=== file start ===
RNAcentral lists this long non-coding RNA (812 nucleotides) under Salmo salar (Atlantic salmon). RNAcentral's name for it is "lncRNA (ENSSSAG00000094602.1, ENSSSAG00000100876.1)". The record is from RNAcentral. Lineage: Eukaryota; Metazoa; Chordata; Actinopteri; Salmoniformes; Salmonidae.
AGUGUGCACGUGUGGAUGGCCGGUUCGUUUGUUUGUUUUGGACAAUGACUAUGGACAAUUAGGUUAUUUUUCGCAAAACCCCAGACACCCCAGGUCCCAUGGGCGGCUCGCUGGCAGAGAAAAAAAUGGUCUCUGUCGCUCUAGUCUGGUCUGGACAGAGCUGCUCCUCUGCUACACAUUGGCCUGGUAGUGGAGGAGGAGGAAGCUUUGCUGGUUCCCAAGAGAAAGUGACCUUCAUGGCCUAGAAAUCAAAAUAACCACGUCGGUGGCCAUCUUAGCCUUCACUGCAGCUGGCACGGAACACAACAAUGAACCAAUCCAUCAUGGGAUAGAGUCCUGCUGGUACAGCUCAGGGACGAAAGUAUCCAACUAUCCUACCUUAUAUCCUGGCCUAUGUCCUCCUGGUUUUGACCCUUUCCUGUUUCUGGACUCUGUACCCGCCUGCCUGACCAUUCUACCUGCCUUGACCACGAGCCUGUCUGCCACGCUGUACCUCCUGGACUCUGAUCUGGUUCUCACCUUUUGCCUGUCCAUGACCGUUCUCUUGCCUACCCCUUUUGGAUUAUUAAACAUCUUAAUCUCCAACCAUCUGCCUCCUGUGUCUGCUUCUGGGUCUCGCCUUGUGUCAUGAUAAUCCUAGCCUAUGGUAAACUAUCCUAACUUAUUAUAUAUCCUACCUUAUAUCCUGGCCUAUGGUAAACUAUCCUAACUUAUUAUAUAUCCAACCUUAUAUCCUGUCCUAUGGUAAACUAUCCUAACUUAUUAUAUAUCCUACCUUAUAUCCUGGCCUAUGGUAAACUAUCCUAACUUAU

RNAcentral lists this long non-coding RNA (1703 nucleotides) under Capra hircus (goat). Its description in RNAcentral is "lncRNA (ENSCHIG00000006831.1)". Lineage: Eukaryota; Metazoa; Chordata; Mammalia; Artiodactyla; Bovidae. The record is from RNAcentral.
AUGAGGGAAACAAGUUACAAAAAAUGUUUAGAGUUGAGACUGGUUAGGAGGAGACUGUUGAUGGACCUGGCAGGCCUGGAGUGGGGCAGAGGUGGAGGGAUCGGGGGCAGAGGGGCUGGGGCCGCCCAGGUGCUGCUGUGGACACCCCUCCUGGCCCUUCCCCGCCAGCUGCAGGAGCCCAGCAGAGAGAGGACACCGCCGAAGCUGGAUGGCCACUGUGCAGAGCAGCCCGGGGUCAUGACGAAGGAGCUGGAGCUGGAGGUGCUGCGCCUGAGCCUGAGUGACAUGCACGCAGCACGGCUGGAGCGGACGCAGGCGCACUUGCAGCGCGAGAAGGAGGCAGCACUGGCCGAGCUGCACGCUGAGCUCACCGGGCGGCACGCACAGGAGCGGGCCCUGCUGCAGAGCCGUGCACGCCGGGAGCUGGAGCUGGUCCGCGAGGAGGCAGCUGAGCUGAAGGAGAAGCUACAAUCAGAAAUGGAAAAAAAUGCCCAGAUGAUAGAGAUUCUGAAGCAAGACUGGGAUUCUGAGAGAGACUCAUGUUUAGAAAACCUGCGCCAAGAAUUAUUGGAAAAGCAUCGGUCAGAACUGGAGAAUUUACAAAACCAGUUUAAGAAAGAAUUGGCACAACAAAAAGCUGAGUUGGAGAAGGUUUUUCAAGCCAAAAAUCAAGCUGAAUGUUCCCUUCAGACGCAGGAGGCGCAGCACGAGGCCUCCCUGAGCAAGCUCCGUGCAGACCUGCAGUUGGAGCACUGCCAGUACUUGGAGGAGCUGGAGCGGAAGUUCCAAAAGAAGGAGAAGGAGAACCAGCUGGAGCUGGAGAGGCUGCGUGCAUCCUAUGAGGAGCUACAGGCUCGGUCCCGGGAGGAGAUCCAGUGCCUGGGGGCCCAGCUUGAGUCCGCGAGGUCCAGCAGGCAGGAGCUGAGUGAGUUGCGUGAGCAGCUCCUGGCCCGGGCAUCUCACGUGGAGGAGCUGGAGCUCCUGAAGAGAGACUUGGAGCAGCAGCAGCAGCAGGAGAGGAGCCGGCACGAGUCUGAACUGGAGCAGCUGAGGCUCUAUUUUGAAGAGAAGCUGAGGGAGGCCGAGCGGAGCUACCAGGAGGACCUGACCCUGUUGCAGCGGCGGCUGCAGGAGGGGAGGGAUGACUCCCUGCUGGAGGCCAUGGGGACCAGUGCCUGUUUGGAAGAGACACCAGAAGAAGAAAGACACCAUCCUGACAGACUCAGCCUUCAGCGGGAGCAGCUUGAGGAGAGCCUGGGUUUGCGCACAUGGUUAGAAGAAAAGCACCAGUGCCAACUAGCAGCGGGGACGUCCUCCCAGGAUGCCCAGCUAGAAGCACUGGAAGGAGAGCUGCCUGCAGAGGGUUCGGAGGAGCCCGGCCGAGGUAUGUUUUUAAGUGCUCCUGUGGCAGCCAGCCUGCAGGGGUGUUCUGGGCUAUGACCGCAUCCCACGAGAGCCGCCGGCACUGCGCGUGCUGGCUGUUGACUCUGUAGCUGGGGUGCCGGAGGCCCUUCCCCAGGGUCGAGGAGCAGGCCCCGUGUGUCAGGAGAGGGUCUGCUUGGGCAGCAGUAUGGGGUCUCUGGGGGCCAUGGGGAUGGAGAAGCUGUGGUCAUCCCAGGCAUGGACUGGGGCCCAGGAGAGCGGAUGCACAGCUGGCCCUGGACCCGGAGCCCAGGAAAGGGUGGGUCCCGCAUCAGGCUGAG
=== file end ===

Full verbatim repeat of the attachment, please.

RNAcentral lists this long non-coding RNA (812 nucleotides) under Salmo salar (Atlantic salmon). RNAcentral's name for it is "lncRNA (ENSSSAG00000094602.1, ENSSSAG00000100876.1)". The record is from RNAcentral. Lineage: Eukaryota; Metazoa; Chordata; Actinopteri; Salmoniformes; Salmonidae.
AGUGUGCACGUGUGGAUGGCCGGUUCGUUUGUUUGUUUUGGACAAUGACUAUGGACAAUUAGGUUAUUUUUCGCAAAACCCCAGACACCCCAGGUCCCAUGGGCGGCUCGCUGGCAGAGAAAAAAAUGGUCUCUGUCGCUCUAGUCUGGUCUGGACAGAGCUGCUCCUCUGCUACACAUUGGCCUGGUAGUGGAGGAGGAGGAAGCUUUGCUGGUUCCCAAGAGAAAGUGACCUUCAUGGCCUAGAAAUCAAAAUAACCACGUCGGUGGCCAUCUUAGCCUUCACUGCAGCUGGCACGGAACACAACAAUGAACCAAUCCAUCAUGGGAUAGAGUCCUGCUGGUACAGCUCAGGGACGAAAGUAUCCAACUAUCCUACCUUAUAUCCUGGCCUAUGUCCUCCUGGUUUUGACCCUUUCCUGUUUCUGGACUCUGUACCCGCCUGCCUGACCAUUCUACCUGCCUUGACCACGAGCCUGUCUGCCACGCUGUACCUCCUGGACUCUGAUCUGGUUCUCACCUUUUGCCUGUCCAUGACCGUUCUCUUGCCUACCCCUUUUGGAUUAUUAAACAUCUUAAUCUCCAACCAUCUGCCUCCUGUGUCUGCUUCUGGGUCUCGCCUUGUGUCAUGAUAAUCCUAGCCUAUGGUAAACUAUCCUAACUUAUUAUAUAUCCUACCUUAUAUCCUGGCCUAUGGUAAACUAUCCUAACUUAUUAUAUAUCCAACCUUAUAUCCUGUCCUAUGGUAAACUAUCCUAACUUAUUAUAUAUCCUACCUUAUAUCCUGGCCUAUGGUAAACUAUCCUAACUUAU

RNAcentral lists this long non-coding RNA (1703 nucleotides) under Capra hircus (goat). Its description in RNAcentral is "lncRNA (ENSCHIG00000006831.1)". Lineage: Eukaryota; Metazoa; Chordata; Mammalia; Artiodactyla; Bovidae. The record is from RNAcentral.
AUGAGGGAAACAAGUUACAAAAAAUGUUUAGAGUUGAGACUGGUUAGGAGGAGACUGUUGAUGGACCUGGCAGGCCUGGAGUGGGGCAGAGGUGGAGGGAUCGGGGGCAGAGGGGCUGGGGCCGCCCAGGUGCUGCUGUGGACACCCCUCCUGGCCCUUCCCCGCCAGCUGCAGGAGCCCAGCAGAGAGAGGACACCGCCGAAGCUGGAUGGCCACUGUGCAGAGCAGCCCGGGGUCAUGACGAAGGAGCUGGAGCUGGAGGUGCUGCGCCUGAGCCUGAGUGACAUGCACGCAGCACGGCUGGAGCGGACGCAGGCGCACUUGCAGCGCGAGAAGGAGGCAGCACUGGCCGAGCUGCACGCUGAGCUCACCGGGCGGCACGCACAGGAGCGGGCCCUGCUGCAGAGCCGUGCACGCCGGGAGCUGGAGCUGGUCCGCGAGGAGGCAGCUGAGCUGAAGGAGAAGCUACAAUCAGAAAUGGAAAAAAAUGCCCAGAUGAUAGAGAUUCUGAAGCAAGACUGGGAUUCUGAGAGAGACUCAUGUUUAGAAAACCUGCGCCAAGAAUUAUUGGAAAAGCAUCGGUCAGAACUGGAGAAUUUACAAAACCAGUUUAAGAAAGAAUUGGCACAACAAAAAGCUGAGUUGGAGAAGGUUUUUCAAGCCAAAAAUCAAGCUGAAUGUUCCCUUCAGACGCAGGAGGCGCAGCACGAGGCCUCCCUGAGCAAGCUCCGUGCAGACCUGCAGUUGGAGCACUGCCAGUACUUGGAGGAGCUGGAGCGGAAGUUCCAAAAGAAGGAGAAGGAGAACCAGCUGGAGCUGGAGAGGCUGCGUGCAUCCUAUGAGGAGCUACAGGCUCGGUCCCGGGAGGAGAUCCAGUGCCUGGGGGCCCAGCUUGAGUCCGCGAGGUCCAGCAGGCAGGAGCUGAGUGAGUUGCGUGAGCAGCUCCUGGCCCGGGCAUCUCACGUGGAGGAGCUGGAGCUCCUGAAGAGAGACUUGGAGCAGCAGCAGCAGCAGGAGAGGAGCCGGCACGAGUCUGAACUGGAGCAGCUGAGGCUCUAUUUUGAAGAGAAGCUGAGGGAGGCCGAGCGGAGCUACCAGGAGGACCUGACCCUGUUGCAGCGGCGGCUGCAGGAGGGGAGGGAUGACUCCCUGCUGGAGGCCAUGGGGACCAGUGCCUGUUUGGAAGAGACACCAGAAGAAGAAAGACACCAUCCUGACAGACUCAGCCUUCAGCGGGAGCAGCUUGAGGAGAGCCUGGGUUUGCGCACAUGGUUAGAAGAAAAGCACCAGUGCCAACUAGCAGCGGGGACGUCCUCCCAGGAUGCCCAGCUAGAAGCACUGGAAGGAGAGCUGCCUGCAGAGGGUUCGGAGGAGCCCGGCCGAGGUAUGUUUUUAAGUGCUCCUGUGGCAGCCAGCCUGCAGGGGUGUUCUGGGCUAUGACCGCAUCCCACGAGAGCCGCCGGCACUGCGCGUGCUGGCUGUUGACUCUGUAGCUGGGGUGCCGGAGGCCCUUCCCCAGGGUCGAGGAGCAGGCCCCGUGUGUCAGGAGAGGGUCUGCUUGGGCAGCAGUAUGGGGUCUCUGGGGGCCAUGGGGAUGGAGAAGCUGUGGUCAUCCCAGGCAUGGACUGGGGCCCAGGAGAGCGGAUGCACAGCUGGCCCUGGACCCGGAGCCCAGGAAAGGGUGGGUCCCGCAUCAGGCUGAG